Mission: Garlic mustard

Research Question

What is it about garlic mustard that makes it such a successful invader?

You're invited

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Les Mehrhoff

Join this global effort!

According to the Global Invasions Network the scientific community has many hypotheses about why some species are invasive to a new ecosystem while others are not. The scientific community does not know enough about the ecology of invasive species to support their claims.

In order to better understand the biology and ecology of invasive species, the Global Invasions Network is conducting the Global Garlic Mustard Survey. With your help the scientific community will be able to better understand why garlic mustard is invasive, and help generate better methods for management.

Mission steps

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Les Mehrhoff

1. Print your identification resources.

2. Review the Global Garlic Mustard Survey protocol.

3. Print your Species Survey: Upland Habitats.

4. Go out and look for populations of garlic mustard.

  • Before you go, check the Vital Signs database to see where it's been found or not found already.
  • Look for garlic mustard on the EDDMaps website.

5. Go to your My Vital Signs page (link at top right) to add your "found" or "not found" observations.

6. If you find garlic mustard, keep an eye on it. The Global Garlic Mustard Survey asks that you return to each population to collect the ripe fruit.

  • The best sampling time is after ~95% of plants are done flowering, but before the seed pods have popped open. For us here in Maine this should be mid to late June, depending on the weather.
  • Recruit help from community: teachers, students, local summer camps, local Master Gardeners.
  • Bring a GPS unit, 2 meter sticks, a tape measure, 20 large paper envelopes and a digital camera.
  • Follow the Global Garlic Mustard Survey protocol.
  • Submit your findings to the Global Garlic Mustard Survey and contribute to this important work!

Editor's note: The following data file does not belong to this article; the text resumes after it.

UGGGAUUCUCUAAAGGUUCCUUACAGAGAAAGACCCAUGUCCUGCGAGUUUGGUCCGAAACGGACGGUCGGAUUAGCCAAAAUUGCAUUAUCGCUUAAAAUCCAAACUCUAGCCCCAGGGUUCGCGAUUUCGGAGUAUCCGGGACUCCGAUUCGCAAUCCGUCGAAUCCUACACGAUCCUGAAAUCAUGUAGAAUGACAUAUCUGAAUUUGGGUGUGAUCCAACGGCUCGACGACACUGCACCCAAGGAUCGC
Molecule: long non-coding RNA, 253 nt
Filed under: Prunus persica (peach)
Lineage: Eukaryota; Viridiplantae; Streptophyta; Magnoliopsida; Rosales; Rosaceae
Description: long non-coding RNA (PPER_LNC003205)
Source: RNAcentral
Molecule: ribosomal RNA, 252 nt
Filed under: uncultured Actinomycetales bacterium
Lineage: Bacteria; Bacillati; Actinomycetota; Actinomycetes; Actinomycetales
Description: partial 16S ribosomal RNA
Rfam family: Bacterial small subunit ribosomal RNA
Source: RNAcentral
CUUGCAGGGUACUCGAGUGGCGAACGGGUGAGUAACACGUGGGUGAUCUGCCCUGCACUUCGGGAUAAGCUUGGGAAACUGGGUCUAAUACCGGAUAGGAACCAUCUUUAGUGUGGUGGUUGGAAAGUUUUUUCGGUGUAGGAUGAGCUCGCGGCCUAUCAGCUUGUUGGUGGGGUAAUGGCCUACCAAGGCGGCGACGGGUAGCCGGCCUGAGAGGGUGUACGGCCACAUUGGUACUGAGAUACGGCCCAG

Why this Mission matters

Many invasive species, like garlic mustard, are threatening the world's natural resources, but the abundance of invasive species can vary dramatically over space and time. Scientists still do not have a good understanding of why this is so.
The Global Garlic Mustard Survey

Invasive species affect native species and natural ecosystem processes, impact our economy, and influence our relationship with and reliance on our environment in Maine and across the globe. By increasing our understanding of the ecology of invasive species, scientists can develop new management tools.

Scientists will use the data you collect to compare garlic mustard in its native and non-native ranges. Without help from citizen scientists like you this large scale project would not be possible.

Help contribute to our understanding of garlic mustard and other invasive species!

Want to know and do more?

Global Garlic Mustard Survey
Visit the Global Garlic Mustard Survey website to learn more!

Comments

We just got this email. Super cool!:

As a participant in the Global Garlic Mustard Field Survey (GGMFS), I would like to thank you once again for your important contribution and to update you on the progress of this study.

As one of 164 contributors from 16 countries, you have helped to sample 383 populations across Europe and North America, counting 13,811 plants and taking 45,688 individual measurements. Additionally, we have collected seeds from over 5,000 plants, which we are using to create inbred lines for future research including the sequencing of a draft genome in collaboration with Loren Rieseberg at the University of British Columbia. I hope you are as proud as we are to be a part of this historic project.